Mayfield, Percy (1920-1984)

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Mayfield, Percy (1920-1984)

Percy Mayfield has been widely described as "the poet laureate of the blues." Armed with a dry baritone, songwriter and singer Mayfield sang blues ballads that pondered worlds of trouble, melancholy, pain, and suicide. He was one of the most creative songwriters and performers of California blues.

"I'm a poet, and my gift is love" explained Mayfield to an interviewer in Living Blues. Some of his themes dealt with subjects not generally associated with the blues. His biggest hit, "Please Send Me Someone to Love," was a prayer for understanding and peace of mind among all men. Mayfield's songs have been recorded by performers as diverse as Sade, Dale Evans, and Robert Nighthawk. As staff writer for Ray Charles, he wrote four top-ten hits.

Mayfield was born in Minden, Louisiana, 30 miles from Shreveport, on August 12, 1920. His mother was a singer who instilled in her son a love for music. Mayfield also wrote poems and set them to music as a child. At 15, he left Minden, riding the rails before settling in Houston, Texas, for a brief stay. He came to Los Angeles in 1941, where he lived with his older sister. Several orchestras featured Mayfield as a guest singer and subsequently he landed a two-year engagement with the George Como band. While he honed his songwriting, Mayfield supplemented his income by working as a taxi driver and a dry cleaning presser. Mayfield was a woman's man—handsome and stylish, he could attract women with just a look or a smile.

In 1949, Mayfield approached the Supreme record company with the idea of the company using some of his songs for their artist Jimmy Witherspoon. The surprising outcome was a chance for Mayfield to record himself. He recorded "Two Years of Torture," which gained some attention on the local charts. In 1950 he recorded, for Specialty Records, "Please Send Me Someone to Love," a hit that secured his fame as a songwriter. "Please Send Me Someone to Love" was followed by several hits, including "Strange Things Happening," "Lost Love," "What a Fool I Was," "Prayin' for Your Return," "Cry Baby," and "Big Question." After leaving Specialty, his subsequent singles on other labels were not as successful.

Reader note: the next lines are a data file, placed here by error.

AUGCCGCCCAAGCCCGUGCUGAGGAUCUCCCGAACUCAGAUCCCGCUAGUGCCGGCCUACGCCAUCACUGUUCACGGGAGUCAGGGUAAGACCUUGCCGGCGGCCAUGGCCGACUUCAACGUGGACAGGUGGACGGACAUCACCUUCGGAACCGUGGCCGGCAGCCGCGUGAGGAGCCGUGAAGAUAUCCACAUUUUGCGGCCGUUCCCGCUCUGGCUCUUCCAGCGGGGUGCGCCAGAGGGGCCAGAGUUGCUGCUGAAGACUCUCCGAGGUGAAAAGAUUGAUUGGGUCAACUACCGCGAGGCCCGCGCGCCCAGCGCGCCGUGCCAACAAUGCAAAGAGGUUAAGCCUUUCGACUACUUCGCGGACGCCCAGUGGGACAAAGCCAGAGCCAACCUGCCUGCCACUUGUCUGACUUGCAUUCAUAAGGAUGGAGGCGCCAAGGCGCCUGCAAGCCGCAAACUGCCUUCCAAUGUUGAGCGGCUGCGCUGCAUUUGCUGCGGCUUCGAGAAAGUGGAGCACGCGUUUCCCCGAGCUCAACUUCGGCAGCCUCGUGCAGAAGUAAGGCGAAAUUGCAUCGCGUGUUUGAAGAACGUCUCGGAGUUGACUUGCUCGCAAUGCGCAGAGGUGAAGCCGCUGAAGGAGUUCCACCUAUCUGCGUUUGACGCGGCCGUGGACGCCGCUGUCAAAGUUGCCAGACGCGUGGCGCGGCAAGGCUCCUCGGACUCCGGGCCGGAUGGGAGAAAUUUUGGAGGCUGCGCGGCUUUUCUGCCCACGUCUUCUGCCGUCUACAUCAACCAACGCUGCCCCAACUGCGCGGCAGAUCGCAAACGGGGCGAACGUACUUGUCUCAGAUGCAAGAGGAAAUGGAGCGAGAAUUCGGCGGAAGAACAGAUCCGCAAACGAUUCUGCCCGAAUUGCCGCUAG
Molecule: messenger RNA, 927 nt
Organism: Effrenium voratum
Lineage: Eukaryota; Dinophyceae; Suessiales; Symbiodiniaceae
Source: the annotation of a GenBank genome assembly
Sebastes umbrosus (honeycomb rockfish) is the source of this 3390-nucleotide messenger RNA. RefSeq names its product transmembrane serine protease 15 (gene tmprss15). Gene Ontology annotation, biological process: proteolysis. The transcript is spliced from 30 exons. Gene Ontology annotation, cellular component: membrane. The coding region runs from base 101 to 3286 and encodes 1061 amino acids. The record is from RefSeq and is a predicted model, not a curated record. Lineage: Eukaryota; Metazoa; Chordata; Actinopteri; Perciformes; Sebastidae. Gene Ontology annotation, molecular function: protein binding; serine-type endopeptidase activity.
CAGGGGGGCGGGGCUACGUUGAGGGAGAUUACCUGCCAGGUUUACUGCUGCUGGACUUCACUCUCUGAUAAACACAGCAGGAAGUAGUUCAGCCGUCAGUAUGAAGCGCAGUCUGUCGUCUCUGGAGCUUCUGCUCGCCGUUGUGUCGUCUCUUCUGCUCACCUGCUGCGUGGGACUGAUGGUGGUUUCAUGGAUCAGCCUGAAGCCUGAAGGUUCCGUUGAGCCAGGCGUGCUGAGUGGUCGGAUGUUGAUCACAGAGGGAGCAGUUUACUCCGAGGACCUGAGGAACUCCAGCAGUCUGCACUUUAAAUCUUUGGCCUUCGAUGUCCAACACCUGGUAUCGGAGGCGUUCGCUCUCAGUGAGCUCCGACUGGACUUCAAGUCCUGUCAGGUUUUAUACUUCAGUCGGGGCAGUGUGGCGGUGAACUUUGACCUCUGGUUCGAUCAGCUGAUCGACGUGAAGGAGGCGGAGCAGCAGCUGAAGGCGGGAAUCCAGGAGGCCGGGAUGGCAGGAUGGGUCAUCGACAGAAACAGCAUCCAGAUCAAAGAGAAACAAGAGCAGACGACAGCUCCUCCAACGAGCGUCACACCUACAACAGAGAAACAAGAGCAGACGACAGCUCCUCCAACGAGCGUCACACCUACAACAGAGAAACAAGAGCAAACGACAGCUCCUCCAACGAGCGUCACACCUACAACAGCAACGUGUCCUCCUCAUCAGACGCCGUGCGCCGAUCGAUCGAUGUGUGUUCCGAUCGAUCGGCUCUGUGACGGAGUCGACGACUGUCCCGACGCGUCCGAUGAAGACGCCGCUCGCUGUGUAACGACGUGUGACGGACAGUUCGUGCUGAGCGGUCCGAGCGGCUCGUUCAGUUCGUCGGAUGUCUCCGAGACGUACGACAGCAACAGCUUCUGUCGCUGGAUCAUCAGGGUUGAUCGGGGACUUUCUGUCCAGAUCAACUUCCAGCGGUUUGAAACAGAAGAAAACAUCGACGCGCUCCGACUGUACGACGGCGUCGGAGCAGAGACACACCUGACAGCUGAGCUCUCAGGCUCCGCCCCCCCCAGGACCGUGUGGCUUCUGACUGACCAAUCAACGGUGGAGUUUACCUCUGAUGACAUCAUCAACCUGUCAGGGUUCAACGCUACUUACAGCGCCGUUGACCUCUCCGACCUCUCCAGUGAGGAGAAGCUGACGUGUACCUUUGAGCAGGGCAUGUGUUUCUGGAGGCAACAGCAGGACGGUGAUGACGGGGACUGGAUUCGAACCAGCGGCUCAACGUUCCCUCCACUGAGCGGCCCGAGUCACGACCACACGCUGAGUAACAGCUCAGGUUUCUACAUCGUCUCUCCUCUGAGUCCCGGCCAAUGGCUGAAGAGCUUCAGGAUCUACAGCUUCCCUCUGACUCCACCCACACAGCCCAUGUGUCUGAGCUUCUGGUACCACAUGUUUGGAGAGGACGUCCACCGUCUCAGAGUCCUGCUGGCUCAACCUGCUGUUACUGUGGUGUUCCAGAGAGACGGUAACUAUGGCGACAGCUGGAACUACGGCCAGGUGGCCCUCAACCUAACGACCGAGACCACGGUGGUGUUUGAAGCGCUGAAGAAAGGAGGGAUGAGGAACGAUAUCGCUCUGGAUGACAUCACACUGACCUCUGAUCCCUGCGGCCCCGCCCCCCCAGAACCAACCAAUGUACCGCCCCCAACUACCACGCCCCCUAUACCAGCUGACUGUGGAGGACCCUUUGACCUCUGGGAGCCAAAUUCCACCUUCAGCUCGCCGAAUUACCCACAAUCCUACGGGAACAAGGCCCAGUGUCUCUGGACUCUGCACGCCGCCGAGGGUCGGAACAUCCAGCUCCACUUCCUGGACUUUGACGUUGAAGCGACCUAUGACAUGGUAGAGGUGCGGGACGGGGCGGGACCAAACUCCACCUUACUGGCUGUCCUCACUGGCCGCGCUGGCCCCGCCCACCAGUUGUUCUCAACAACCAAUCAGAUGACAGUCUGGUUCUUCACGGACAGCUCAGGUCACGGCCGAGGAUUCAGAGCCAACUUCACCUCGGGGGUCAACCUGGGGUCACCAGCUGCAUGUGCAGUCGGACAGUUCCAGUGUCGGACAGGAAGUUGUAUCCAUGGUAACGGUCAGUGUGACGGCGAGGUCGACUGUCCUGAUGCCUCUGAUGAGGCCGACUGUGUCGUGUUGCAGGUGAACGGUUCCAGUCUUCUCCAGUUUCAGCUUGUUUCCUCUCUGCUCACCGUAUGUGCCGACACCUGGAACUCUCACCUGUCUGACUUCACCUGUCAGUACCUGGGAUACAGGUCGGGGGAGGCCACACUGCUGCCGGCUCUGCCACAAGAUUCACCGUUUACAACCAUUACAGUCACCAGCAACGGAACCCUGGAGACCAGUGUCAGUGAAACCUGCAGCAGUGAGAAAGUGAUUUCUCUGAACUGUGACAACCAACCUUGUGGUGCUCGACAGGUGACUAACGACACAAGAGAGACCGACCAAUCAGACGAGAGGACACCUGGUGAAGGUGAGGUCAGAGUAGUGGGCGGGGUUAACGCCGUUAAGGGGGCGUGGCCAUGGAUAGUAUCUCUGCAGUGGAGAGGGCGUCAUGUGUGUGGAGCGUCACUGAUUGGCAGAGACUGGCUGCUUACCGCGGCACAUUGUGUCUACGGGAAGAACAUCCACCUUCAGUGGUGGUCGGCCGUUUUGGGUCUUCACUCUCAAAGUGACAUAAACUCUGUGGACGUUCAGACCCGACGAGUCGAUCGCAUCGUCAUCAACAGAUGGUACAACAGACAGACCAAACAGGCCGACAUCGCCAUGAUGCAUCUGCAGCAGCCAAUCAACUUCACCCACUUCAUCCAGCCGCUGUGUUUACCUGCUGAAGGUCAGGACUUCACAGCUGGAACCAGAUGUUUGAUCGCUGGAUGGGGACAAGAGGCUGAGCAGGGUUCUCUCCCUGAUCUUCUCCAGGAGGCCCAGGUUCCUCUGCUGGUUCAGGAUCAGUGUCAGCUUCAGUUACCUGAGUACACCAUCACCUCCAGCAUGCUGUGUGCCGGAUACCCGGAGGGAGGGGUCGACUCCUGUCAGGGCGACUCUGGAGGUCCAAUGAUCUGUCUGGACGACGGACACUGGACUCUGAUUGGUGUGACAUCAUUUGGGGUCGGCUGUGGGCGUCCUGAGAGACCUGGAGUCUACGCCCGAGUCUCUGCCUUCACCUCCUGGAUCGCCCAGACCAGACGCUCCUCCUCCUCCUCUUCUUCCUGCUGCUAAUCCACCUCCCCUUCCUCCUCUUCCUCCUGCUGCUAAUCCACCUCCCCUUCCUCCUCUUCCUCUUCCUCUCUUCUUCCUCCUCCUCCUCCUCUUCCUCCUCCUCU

Mayfield considered himself above all a balladeer and not a blues singer. His early influences were Al Hibbler and Billy Eckstein. Mayfield's pensiveness and religious leanings set him apart from a number of blues singers. "I promised God I wouldn't write and sing a lie," he once said; Mayfield consistently acknowledged God for his songwriting talents. He epitomized, however, sadness in his songs and perhaps the lyrics of his own "My Blues" best explain his aesthetic: "Someone may ask the question, why are you so sad? /I would answer quite correctly, the blues is all I've had."

In September of 1952, Mayfield was involved in a catastrophic automobile accident, which acutely disfigured his face, changed his voice, and gravely affected his self-esteem. After this setback, he became staff writer for Ray Charles, penning at least four top-ten hits. These included the familiar "Hit the Road Jack," "But on the Other Hand Baby," "Hide nor Hair," and "At the Club." Mayfield also recorded what is considered his best work on an album entitled My Jug and I. A spirited "River's Invitation," arranged by Ray Charles, placed at 25 on the rhythm and blues chart in 1963; it was Mayfield's first top 40 entry in 11 years and was also his last. "River's Invitation" is clearly one of the most profound songs of Mayfield's oeuvre. It invokes the river in a metaphysical dialogue, which personifies a peaceful home and death. The river, in turn, invites Mayfield to give up his search for his lost love and join the waters: "You look so lonely /you look full of misery /and if you can't find your baby /come and make your home with me."

Mayfield recorded infrequently in subsequent years, completing an album for Brunswick and three for RCA Victor. In later years, companies were not interested in recording him and he would have to pay for his own recording sessions. Mayfield's baritone, however, continued to embrace most songs and convincingly made them his own. As his wife Tina recalled, "his music was more or less about sadness." His death from a heart attack came on the eve of his sixty-fourth birthday, August 11, 1984. Mayfield's death signaled the loss of one of the most creative and distinctive poets of rhythm and blues.

—Willie Collins

Further Reading:

Mayfield, Percy. Memory Pain. Vol. 2, Specialty Records, SPCD-7027-2.

——. My Jug and I. Tangerine Records, TRC-1505.

Shurman, Dick. "Songs of Inspiration: Living Blues Interview: Percy Mayfield." Living Blues. January, 1981, 12-25.